Redefining the Urban Landscape in Hispania

Redefining the Urban Landscape in Hispania

Artículo de Pilar Diarte Blasco.

The transformations of public spaces in Hispanic cities between the third and the sixth century are the theme of this paper. Entertainment buildings are undoubtedly one of the most characteristic elements of the classical Roman cities. Indeed, theatres, amphitheatres and circuses are fundamental to our perception of them.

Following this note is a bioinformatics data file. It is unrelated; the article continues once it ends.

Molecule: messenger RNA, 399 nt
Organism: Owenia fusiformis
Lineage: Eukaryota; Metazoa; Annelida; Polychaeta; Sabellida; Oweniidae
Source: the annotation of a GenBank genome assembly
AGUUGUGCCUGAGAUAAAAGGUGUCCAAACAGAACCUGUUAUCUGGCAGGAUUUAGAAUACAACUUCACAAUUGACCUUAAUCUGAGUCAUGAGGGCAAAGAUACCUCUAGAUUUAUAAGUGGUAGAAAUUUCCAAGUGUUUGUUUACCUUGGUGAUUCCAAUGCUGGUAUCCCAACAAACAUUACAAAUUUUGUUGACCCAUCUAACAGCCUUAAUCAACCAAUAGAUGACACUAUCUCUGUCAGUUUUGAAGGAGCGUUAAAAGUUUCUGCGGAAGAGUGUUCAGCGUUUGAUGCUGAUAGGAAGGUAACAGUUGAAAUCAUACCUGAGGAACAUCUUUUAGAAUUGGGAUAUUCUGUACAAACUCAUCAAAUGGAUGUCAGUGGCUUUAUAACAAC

The processes of transformation of these major buildings in Late Antiquity, which varied in some aspects according to specific characteristics, had in common a general trend in the dismantling of part of its architecture and, above all, the growth of private use and of spoliation. The mutations that occurred in the late classical urban fabric were the beginning of a process that continued, in some cases, with the establishment of burial areas and, more rarely, with the appearance of Christian buildings. The wider ‘topographic Christianization’ took place once the classical city was already dissolved or, at least, immersed in that evolution. This paper identifies that this process did not develop strictly in the old public spaces. It took place after they had already fallen into abandonment and/or reoccupation and, of course, had lost their original use and part of their main appearance.

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